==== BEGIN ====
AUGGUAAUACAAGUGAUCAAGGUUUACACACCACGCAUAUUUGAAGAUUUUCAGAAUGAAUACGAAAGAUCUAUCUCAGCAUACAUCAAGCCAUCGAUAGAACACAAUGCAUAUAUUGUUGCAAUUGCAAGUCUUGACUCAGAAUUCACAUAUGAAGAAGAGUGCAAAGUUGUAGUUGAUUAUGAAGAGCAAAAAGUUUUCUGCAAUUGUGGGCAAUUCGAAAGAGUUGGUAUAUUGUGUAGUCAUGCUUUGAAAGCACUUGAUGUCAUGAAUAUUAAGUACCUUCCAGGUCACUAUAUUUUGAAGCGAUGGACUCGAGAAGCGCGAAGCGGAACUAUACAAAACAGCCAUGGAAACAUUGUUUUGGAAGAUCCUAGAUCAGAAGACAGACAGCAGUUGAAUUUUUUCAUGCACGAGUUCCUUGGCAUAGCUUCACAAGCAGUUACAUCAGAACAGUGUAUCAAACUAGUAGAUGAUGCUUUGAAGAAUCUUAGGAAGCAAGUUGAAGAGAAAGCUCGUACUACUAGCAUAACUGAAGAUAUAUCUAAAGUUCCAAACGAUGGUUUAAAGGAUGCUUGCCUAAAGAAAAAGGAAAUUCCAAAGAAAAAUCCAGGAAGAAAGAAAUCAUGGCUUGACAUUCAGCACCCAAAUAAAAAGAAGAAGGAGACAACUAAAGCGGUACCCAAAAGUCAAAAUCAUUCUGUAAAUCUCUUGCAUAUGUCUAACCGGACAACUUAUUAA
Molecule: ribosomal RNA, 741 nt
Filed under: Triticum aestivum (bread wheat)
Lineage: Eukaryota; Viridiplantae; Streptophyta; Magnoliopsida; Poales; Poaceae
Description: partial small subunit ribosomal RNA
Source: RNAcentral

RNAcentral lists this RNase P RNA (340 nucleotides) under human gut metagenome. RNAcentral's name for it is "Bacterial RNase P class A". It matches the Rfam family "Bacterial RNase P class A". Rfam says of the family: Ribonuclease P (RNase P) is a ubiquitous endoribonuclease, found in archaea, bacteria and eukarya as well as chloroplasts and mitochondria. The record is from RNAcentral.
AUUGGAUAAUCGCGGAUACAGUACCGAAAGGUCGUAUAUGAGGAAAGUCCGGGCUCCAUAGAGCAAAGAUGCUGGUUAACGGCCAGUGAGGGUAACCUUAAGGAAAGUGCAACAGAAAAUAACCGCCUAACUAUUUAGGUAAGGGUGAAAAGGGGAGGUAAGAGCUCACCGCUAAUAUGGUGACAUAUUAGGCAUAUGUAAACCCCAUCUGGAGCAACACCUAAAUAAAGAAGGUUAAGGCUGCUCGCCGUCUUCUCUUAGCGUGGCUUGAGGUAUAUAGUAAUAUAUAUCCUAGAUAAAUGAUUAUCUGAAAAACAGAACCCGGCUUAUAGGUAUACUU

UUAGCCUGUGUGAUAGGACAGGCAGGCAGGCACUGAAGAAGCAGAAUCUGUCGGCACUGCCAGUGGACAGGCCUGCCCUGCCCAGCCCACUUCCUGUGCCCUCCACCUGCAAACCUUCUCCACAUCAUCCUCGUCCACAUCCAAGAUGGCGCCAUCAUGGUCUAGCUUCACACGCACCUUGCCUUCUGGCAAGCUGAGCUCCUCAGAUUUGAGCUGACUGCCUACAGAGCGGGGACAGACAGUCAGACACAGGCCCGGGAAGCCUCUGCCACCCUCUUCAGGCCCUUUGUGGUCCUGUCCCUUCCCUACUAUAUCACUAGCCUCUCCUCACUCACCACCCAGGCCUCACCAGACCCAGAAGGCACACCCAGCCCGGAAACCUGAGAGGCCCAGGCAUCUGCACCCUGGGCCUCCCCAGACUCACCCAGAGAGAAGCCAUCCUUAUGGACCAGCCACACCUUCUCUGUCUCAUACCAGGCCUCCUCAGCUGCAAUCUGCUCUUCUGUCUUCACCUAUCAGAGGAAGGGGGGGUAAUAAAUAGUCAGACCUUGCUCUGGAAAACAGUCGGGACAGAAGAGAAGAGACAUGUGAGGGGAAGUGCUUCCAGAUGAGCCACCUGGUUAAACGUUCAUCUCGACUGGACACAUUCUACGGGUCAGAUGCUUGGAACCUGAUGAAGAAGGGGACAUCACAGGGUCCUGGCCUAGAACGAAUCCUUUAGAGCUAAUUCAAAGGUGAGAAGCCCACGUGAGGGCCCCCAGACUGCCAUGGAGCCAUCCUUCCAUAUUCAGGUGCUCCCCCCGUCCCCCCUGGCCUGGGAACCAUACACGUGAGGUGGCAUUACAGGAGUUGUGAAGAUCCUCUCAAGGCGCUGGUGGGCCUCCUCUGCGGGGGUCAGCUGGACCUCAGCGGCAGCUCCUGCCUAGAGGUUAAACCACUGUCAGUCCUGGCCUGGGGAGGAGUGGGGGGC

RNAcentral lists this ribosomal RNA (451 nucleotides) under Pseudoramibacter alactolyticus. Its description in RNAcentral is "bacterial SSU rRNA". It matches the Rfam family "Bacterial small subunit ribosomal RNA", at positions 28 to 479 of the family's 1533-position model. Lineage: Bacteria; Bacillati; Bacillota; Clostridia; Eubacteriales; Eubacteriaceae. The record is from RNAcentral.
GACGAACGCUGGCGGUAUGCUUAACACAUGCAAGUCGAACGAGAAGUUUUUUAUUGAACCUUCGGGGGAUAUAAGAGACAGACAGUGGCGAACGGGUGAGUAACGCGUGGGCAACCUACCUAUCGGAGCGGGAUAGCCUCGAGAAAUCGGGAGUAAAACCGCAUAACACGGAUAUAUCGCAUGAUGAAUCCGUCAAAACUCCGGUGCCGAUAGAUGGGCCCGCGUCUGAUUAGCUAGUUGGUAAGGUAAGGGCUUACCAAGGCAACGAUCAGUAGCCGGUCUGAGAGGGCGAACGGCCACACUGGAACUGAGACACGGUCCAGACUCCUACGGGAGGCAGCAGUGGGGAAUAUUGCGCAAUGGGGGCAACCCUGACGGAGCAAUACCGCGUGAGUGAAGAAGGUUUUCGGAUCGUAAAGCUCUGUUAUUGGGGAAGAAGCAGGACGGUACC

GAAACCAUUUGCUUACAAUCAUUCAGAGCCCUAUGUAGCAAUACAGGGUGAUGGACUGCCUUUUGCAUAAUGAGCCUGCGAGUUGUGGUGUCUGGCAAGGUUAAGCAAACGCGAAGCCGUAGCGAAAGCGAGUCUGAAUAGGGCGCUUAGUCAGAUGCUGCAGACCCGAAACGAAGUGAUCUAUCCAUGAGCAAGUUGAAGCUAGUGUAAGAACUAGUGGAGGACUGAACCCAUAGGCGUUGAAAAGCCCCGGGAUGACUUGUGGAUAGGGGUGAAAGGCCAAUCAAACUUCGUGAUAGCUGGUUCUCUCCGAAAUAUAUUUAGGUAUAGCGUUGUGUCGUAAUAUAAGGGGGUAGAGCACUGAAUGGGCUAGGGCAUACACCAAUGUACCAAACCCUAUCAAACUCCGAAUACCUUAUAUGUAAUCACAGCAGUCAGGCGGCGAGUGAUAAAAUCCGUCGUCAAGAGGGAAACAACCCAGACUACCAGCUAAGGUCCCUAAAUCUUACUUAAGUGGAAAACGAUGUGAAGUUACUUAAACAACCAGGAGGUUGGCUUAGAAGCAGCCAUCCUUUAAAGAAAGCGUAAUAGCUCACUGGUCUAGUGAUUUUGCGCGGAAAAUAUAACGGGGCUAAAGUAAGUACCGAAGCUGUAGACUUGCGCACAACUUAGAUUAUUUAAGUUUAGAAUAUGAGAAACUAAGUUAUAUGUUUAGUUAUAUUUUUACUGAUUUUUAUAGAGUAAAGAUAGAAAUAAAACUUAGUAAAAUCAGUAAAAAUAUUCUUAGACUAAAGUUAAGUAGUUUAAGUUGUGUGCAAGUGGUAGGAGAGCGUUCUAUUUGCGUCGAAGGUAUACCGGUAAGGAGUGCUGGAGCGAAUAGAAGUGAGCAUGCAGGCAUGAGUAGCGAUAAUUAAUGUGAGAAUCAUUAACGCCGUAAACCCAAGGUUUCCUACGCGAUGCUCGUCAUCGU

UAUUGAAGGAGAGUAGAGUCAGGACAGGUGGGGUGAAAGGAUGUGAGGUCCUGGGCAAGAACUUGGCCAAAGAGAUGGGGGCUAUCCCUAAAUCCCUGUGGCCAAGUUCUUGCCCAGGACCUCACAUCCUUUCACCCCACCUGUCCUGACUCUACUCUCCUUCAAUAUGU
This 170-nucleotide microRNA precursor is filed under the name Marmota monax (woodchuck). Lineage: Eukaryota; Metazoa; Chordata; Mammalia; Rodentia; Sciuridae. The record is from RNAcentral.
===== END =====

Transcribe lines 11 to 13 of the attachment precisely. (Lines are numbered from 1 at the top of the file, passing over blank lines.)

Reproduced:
GACGAACGCUGGCGGUAUGCUUAACACAUGCAAGUCGAACGAGAAGUUUUUUAUUGAACCUUCGGGGGAUAUAAGAGACAGACAGUGGCGAACGGGUGAGUAACGCGUGGGCAACCUACCUAUCGGAGCGGGAUAGCCUCGAGAAAUCGGGAGUAAAACCGCAUAACACGGAUAUAUCGCAUGAUGAAUCCGUCAAAACUCCGGUGCCGAUAGAUGGGCCCGCGUCUGAUUAGCUAGUUGGUAAGGUAAGGGCUUACCAAGGCAACGAUCAGUAGCCGGUCUGAGAGGGCGAACGGCCACACUGGAACUGAGACACGGUCCAGACUCCUACGGGAGGCAGCAGUGGGGAAUAUUGCGCAAUGGGGGCAACCCUGACGGAGCAAUACCGCGUGAGUGAAGAAGGUUUUCGGAUCGUAAAGCUCUGUUAUUGGGGAAGAAGCAGGACGGUACC

GAAACCAUUUGCUUACAAUCAUUCAGAGCCCUAUGUAGCAAUACAGGGUGAUGGACUGCCUUUUGCAUAAUGAGCCUGCGAGUUGUGGUGUCUGGCAAGGUUAAGCAAACGCGAAGCCGUAGCGAAAGCGAGUCUGAAUAGGGCGCUUAGUCAGAUGCUGCAGACCCGAAACGAAGUGAUCUAUCCAUGAGCAAGUUGAAGCUAGUGUAAGAACUAGUGGAGGACUGAACCCAUAGGCGUUGAAAAGCCCCGGGAUGACUUGUGGAUAGGGGUGAAAGGCCAAUCAAACUUCGUGAUAGCUGGUUCUCUCCGAAAUAUAUUUAGGUAUAGCGUUGUGUCGUAAUAUAAGGGGGUAGAGCACUGAAUGGGCUAGGGCAUACACCAAUGUACCAAACCCUAUCAAACUCCGAAUACCUUAUAUGUAAUCACAGCAGUCAGGCGGCGAGUGAUAAAAUCCGUCGUCAAGAGGGAAACAACCCAGACUACCAGCUAAGGUCCCUAAAUCUUACUUAAGUGGAAAACGAUGUGAAGUUACUUAAACAACCAGGAGGUUGGCUUAGAAGCAGCCAUCCUUUAAAGAAAGCGUAAUAGCUCACUGGUCUAGUGAUUUUGCGCGGAAAAUAUAACGGGGCUAAAGUAAGUACCGAAGCUGUAGACUUGCGCACAACUUAGAUUAUUUAAGUUUAGAAUAUGAGAAACUAAGUUAUAUGUUUAGUUAUAUUUUUACUGAUUUUUAUAGAGUAAAGAUAGAAAUAAAACUUAGUAAAAUCAGUAAAAAUAUUCUUAGACUAAAGUUAAGUAGUUUAAGUUGUGUGCAAGUGGUAGGAGAGCGUUCUAUUUGCGUCGAAGGUAUACCGGUAAGGAGUGCUGGAGCGAAUAGAAGUGAGCAUGCAGGCAUGAGUAGCGAUAAUUAAUGUGAGAAUCAUUAACGCCGUAAACCCAAGGUUUCCUACGCGAUGCUCGUCAUCGU

UAUUGAAGGAGAGUAGAGUCAGGACAGGUGGGGUGAAAGGAUGUGAGGUCCUGGGCAAGAACUUGGCCAAAGAGAUGGGGGCUAUCCCUAAAUCCCUGUGGCCAAGUUCUUGCCCAGGACCUCACAUCCUUUCACCCCACCUGUCCUGACUCUACUCUCCUUCAAUAUGU